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Some Good Advice


What cause or what presumption, Sextus, brings you to Rome? What do you expect or seek here? Tell me. "I will plead causes," you say, "more eloquently than Cicero himself, and in the three forums4 there shall be no one to equal me." Atestinus pleaded causes, and Civis; you knew both of them; but neither made enough to pay for his lodging. "If nothing is to be gained from this pursuit, I will write verses: when one has heard them, one will say they are Vergil’s own." You are mad; all that you see here shivering in threadbare cloaks are Vergils. "I will push my way among the great." That trick has found support for but two or three that have attempted it, while all the rest are pale with hunger. "What shall I do? Advise me: for I am determined to live at Rome." If you are a good man, Sextus, you will have to live by chance.1

Schoolmaster, be indulgent to your simple scholars, if you would have many a long-haired youth resort to your lectures, and the class seated round your critical table love you. So may no teacher of arithmetic, or of swift writing, be surrounded by a greater ring of pupils. The days are bright and glow under the flaming constellation of the Lion, and fervid July is ripening the teeming harvest. Let the Scythian scourge with its formidable thongs, such as flogged Marsyas,2 and the terrible cane, the schoolmaster’s scepter, be laid aside, and sleep until the Ides of October.3 In summer, if boys preserve their health, they do enough.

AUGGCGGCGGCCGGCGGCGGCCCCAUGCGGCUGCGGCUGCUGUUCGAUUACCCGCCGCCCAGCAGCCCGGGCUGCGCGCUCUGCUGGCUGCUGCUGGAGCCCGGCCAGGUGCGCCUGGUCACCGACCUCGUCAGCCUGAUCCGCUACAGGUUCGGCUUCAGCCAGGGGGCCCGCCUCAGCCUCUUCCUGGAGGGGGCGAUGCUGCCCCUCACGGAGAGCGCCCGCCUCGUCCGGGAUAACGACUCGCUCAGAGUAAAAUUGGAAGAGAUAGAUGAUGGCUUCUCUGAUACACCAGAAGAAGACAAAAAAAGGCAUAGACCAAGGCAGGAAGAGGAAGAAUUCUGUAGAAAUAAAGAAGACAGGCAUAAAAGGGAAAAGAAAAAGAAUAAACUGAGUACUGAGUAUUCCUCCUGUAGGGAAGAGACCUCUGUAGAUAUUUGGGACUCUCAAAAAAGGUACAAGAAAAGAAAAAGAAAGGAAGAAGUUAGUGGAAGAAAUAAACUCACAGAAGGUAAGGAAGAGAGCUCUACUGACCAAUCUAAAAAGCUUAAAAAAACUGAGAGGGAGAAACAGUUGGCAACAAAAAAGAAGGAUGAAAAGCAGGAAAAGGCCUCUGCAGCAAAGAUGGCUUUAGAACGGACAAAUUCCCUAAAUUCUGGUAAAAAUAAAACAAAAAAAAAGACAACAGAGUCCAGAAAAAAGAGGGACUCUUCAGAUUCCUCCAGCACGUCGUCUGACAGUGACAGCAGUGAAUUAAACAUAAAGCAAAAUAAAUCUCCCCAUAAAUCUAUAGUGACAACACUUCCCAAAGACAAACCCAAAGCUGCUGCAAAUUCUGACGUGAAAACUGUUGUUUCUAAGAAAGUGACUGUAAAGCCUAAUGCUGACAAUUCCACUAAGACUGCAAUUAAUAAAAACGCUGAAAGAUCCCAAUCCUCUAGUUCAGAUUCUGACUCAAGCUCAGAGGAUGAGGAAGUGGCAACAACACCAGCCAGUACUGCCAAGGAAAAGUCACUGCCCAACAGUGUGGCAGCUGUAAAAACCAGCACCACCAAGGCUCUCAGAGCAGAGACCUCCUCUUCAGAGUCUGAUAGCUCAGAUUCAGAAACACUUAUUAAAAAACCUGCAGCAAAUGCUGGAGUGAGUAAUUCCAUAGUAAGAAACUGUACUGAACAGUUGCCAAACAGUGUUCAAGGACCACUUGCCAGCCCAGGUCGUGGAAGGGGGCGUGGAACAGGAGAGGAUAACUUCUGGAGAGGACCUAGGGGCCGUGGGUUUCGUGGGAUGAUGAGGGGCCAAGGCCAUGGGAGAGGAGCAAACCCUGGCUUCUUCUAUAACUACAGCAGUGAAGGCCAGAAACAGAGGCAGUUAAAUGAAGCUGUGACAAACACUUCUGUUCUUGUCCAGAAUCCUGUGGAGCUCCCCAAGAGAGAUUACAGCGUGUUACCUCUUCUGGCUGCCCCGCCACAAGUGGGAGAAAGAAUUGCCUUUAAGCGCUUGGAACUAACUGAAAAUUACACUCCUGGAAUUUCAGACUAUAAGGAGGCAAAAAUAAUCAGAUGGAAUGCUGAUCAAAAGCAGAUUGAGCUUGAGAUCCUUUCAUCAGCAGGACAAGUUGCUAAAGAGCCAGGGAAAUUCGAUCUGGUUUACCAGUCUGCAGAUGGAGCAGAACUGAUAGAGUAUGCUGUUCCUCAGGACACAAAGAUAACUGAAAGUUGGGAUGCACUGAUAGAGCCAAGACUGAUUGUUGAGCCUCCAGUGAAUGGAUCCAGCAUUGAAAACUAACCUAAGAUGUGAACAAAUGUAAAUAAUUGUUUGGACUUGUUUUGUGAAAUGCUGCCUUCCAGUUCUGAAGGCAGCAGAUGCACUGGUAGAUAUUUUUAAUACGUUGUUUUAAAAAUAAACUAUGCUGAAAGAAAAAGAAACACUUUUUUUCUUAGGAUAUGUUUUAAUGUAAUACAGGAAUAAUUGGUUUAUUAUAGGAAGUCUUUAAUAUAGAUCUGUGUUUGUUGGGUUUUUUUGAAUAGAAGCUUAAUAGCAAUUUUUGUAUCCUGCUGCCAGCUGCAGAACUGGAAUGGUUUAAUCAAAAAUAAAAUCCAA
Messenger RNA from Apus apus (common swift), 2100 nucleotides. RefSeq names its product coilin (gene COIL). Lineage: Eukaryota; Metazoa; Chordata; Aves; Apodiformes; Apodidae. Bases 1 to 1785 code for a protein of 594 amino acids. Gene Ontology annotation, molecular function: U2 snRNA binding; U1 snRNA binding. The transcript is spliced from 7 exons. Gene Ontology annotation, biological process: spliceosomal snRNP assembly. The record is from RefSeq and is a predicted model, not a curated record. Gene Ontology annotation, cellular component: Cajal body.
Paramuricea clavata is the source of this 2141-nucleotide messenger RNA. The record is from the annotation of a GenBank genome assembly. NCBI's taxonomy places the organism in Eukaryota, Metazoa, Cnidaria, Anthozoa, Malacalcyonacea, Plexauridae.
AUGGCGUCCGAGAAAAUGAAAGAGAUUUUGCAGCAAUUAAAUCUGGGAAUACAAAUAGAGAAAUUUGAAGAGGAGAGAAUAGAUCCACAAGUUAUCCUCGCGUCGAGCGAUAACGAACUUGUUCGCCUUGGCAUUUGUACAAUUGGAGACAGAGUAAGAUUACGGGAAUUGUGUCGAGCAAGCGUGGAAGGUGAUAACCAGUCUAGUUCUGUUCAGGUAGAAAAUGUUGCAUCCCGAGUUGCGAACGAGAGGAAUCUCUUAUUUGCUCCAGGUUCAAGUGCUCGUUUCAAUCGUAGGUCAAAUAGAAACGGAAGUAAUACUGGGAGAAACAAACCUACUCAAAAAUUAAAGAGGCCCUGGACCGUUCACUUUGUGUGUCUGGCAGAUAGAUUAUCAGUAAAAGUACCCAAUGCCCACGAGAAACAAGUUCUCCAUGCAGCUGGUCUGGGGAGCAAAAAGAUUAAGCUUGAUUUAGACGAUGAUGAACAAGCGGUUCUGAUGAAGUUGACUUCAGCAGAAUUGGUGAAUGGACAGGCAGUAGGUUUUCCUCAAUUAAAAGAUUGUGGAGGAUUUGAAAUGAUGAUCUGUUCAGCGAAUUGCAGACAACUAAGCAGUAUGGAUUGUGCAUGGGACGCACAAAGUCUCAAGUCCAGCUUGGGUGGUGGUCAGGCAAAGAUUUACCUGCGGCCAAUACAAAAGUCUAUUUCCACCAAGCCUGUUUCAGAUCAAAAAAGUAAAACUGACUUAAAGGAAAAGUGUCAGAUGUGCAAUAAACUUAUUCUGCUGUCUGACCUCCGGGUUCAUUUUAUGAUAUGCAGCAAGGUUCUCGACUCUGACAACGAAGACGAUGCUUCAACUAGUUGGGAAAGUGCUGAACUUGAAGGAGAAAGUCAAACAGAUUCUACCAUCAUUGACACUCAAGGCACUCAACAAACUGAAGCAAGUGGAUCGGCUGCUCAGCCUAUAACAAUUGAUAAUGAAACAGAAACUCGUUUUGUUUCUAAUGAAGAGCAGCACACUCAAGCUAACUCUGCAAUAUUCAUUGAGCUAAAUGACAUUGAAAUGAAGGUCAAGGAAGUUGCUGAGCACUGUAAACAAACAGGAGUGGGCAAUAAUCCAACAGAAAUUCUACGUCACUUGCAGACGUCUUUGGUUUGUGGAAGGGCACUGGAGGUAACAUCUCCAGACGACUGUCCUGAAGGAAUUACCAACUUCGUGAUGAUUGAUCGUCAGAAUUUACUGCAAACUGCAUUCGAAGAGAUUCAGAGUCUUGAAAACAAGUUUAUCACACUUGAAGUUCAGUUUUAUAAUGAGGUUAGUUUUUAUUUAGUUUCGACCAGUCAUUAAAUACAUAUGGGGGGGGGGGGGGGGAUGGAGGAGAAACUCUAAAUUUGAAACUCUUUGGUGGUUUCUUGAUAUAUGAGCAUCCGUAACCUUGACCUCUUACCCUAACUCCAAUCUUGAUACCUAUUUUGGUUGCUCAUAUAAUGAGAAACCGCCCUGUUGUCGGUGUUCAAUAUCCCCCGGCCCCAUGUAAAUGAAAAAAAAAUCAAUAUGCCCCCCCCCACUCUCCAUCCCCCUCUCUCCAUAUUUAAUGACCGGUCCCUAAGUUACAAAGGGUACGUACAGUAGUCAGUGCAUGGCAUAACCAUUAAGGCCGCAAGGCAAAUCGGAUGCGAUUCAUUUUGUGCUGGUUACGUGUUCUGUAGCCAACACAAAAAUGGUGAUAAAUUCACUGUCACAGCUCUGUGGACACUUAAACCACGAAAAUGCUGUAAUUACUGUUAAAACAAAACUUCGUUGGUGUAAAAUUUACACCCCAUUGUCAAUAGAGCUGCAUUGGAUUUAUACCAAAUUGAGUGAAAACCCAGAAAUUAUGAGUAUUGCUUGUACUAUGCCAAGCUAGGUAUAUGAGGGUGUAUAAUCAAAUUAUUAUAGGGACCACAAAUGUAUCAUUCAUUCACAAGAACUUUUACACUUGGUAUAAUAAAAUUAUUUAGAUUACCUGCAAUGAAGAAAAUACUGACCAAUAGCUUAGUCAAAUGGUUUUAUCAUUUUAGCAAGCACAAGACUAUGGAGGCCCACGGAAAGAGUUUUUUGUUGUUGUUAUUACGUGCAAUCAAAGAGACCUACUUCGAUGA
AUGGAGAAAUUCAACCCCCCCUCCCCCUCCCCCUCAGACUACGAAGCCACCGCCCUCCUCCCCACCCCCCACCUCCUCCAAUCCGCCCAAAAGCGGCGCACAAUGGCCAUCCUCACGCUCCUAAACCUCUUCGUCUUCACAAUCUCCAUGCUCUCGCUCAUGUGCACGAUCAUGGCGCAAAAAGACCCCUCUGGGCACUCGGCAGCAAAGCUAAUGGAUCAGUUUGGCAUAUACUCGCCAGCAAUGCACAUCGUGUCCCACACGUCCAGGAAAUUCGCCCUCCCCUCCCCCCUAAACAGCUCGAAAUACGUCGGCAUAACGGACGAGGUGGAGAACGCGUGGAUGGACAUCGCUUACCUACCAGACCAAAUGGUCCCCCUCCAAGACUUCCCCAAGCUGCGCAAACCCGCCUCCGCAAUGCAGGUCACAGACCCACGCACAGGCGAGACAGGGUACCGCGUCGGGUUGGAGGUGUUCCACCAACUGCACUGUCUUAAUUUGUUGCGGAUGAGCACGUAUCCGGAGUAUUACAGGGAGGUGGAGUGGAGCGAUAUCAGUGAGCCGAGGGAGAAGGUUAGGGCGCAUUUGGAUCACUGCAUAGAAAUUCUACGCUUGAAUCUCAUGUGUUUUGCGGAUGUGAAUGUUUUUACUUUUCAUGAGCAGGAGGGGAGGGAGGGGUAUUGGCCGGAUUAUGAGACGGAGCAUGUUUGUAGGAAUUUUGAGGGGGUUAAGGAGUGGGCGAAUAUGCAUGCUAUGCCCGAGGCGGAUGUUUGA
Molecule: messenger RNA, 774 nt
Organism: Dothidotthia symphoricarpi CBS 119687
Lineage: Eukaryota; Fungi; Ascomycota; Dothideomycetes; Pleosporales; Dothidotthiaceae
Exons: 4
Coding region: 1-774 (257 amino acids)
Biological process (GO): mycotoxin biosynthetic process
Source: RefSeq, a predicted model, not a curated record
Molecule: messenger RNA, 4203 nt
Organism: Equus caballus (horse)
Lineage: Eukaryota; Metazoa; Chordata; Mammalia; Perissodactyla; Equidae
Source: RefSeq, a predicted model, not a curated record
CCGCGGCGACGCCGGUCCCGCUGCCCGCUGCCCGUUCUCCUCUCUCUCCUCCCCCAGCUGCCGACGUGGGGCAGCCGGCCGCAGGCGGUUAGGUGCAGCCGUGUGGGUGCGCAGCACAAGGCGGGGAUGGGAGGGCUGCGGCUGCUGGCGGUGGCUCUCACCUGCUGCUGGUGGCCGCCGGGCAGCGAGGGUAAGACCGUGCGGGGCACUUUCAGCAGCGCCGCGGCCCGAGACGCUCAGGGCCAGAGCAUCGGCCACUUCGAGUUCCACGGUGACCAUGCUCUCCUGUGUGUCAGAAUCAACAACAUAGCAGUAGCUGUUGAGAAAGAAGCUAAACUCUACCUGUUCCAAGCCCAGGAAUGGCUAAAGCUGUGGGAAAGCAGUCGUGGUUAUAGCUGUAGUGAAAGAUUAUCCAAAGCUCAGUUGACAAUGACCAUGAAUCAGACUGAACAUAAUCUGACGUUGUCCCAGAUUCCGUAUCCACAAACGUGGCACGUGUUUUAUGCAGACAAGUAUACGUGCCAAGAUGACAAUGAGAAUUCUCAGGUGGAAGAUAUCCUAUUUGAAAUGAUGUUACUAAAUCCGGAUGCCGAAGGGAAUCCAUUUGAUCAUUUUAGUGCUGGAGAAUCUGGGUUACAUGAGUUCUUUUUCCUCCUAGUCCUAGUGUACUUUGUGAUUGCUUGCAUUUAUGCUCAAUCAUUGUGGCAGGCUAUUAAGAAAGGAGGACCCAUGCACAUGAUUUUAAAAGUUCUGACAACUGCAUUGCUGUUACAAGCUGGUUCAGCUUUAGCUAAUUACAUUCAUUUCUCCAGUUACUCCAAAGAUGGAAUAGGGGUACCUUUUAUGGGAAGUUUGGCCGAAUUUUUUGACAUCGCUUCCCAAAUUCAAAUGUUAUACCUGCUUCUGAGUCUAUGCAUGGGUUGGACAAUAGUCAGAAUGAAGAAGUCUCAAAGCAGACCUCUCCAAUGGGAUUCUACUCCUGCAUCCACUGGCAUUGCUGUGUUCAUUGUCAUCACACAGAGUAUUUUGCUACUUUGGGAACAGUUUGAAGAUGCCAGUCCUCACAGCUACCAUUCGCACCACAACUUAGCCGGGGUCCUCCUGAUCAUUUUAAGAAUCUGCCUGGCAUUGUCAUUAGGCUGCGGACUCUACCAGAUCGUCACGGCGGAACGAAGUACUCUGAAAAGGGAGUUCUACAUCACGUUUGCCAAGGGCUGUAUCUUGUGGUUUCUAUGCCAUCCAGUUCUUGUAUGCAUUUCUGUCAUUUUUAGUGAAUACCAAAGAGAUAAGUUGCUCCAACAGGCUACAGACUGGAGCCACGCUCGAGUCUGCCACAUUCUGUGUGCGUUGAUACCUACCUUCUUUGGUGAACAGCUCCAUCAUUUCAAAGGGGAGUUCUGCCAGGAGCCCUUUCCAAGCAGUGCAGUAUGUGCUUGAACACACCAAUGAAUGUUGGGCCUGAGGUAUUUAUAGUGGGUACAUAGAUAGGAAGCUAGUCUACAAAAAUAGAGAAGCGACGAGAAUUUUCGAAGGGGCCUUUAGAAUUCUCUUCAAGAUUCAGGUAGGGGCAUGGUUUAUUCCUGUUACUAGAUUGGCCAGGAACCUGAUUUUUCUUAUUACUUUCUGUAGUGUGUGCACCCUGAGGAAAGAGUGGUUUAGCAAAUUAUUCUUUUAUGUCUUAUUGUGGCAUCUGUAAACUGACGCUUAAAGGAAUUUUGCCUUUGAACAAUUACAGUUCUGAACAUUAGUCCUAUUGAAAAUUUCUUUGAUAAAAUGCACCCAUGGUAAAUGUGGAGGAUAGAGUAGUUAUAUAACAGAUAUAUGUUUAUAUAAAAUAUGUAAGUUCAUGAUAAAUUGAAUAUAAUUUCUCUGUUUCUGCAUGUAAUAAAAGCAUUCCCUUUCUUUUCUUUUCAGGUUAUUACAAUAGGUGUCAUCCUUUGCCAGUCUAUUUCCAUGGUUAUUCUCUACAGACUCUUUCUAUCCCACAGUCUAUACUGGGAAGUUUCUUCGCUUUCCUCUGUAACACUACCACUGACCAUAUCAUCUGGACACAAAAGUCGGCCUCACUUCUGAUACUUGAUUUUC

Can you, Tucca, sell these slaves whom you bought for a hundred thousand sesterces apiece? Can you sell the weeping despots of your affection, Tucca? Do neither their caresses nor their words and untutored lamentations move you? If a quantity of hard cash is your object, sell your plate, your tables, your myrrhine vases, your estate, your house. Sell your old slaves, sell even your hereditary lands. Sell everything, wretched man, to avoid selling your young favorites. It was extravagance to buy them; who denies or doubts it? But it is far greater extravagance to sell them.

3 Martial, , iii, 38; x, 62; xi, 70.

4 The old Roman Forum, that of Julius Cæsar, and that of Angustus.

1 Since only the bad man can make sure of a living at Rome.

2 Referring to the legend that Marsyas, the satyr, having challenged Apollo to a musical contest on the flute, and having been defeated, was flayed alive by the god for his presumption. See page 100.

3 Until October 15.


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Chicago: "Some Good Advice," Epigrams in Readings in Early European History, ed. Webster, Hutton (Boston: Ginn and Company, 1926), 256. Original Sources, accessed September 29, 2023, http://originalsources.com/Document.aspx?DocID=9TJMYA1T234ZRQQ.

MLA: . "Some Good Advice." Epigrams, Vol. xi, in Readings in Early European History, edited by Webster, Hutton, Boston, Ginn and Company, 1926, page 256. Original Sources. 29 Sep. 2023. http://originalsources.com/Document.aspx?DocID=9TJMYA1T234ZRQQ.

Harvard: , 'Some Good Advice' in Epigrams. cited in 1926, Readings in Early European History, ed. , Ginn and Company, Boston, pp.256. Original Sources, retrieved 29 September 2023, from http://originalsources.com/Document.aspx?DocID=9TJMYA1T234ZRQQ.